FRANKSTON Council has made the call to move the Coast Guard into the trouble plagued Yacht Club building.
Council voted on 14 October to “commit $400,000 to the 2020/21 budget from the strategic reserve to undertake fit out and associated building works to the first floor of the Frankston Yacht Club facility to provide permanent accommodation for [the Coast Guard] at the Frankston Yacht Club facility subject to an appropriate occupancy agreement and approvals.”
The vote also confirmed that council will withdraw $8 million in ratepayer funding which had been allocated to help build the Coast Guard a new building and a safe boat refuge at Oliver’s Hill.
Council had lobbied the state and federal governments for matching commitments of over $8 million each for the project, but failed.
The Frankston Coast Guard said on social media that “we acknowledge all of the support that we have received and will continue to receive from Frankston City Council. We had tremendous support at the council meeting last Monday night from the community, emergency services, professional and recreational anglers, and the boating industry.”
“Council have decided that we are to move into some of the vacant area of the Frankston Yacht Club for long term occupancy after some modifications have been made. It is exciting and appropriate for a Coast Guard flotilla to be right on the beach,” they said.
“The cost of the safe boat refuge is far too much for council and the Frankston rate payers to bear alone. Much of the groundwork has now been down, and a task force will be formed to push this up to higher levels of government. This will not be a quick process, but we are in for the long haul.
“This means that our primary rescue vessel The Spirit of Frankston will continue to operate out of Patterson Lakes Marina, and there is a plan developing to have our secondary rescue vessel Spirit of Frankston II housed closer to Frankston for rapid local deployment when tides and weather allow.”
Cr Glenn Aitken said at the 14 October council meeting that “we’re not going to build another standalone building at a cost of millions on millions of dollars, it’s not happening.”
The mayor Michael O’Reilly said that “some details still need to be worked through”, but that the plan was to move the Coast Guard into the bottom floor of the building by early 2021.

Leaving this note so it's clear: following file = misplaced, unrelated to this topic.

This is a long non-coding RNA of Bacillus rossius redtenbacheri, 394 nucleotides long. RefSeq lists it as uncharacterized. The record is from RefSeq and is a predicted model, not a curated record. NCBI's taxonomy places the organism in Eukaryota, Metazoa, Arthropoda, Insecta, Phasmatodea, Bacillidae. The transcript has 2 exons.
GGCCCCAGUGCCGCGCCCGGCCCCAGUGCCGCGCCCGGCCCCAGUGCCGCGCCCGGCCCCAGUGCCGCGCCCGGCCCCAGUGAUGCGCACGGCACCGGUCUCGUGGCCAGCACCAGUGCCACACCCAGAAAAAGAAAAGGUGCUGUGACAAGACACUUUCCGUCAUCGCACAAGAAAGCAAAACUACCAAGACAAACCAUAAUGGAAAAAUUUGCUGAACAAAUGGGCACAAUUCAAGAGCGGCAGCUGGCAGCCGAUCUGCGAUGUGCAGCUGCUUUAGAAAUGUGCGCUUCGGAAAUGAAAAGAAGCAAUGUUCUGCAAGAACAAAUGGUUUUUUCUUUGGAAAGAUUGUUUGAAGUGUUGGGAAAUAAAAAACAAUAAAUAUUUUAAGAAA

“This is a step in the right direction towards seeing his spectacular building being utilised to its full potential,” he said.
“For the safety of all marine users it is crucial that the volunteer Coast Guard are able to continue their operation and training activities, and this prime location on the waterfront will ensure that is the case.”
The Yacht Club building has proved to be a problem for council, mainly sitting vacant since 2016 despite upwards of $11 million being poured into works at the building. Negotiations to lease out a bottom floor section of the building hit a major snag in August when council confirmed that the building was affected by combustible cladding.
As part of the successful motion passed on 14 October, council will “continue to pursue a suitable tenant/s for the first floor and ground floor premises, alongside the FCG, once the building rectification works are completed”.
Council officers confirmed at the meeting that they had not discussed the Coast Guard’s move with the Yacht Club, which occupies the building, prior to making the decision.
Council’s vote also “noted the outcome of the assessment of alternate options for the safe boat refuge, including viable options for a safe boat refuge which have been identified at both Olivers Hill and Kananook Creek.” In a separate motion, councillors chose to reject the council officer’s recommendation to “not pursue development of boat mooring in Kananook Creek at this time due to the high estimated cost of the works required”, removing it from the motion before voting to “note the outcomes of the investigation into feasibility to reintroduce permanent boat moorings in Kananook Creek.”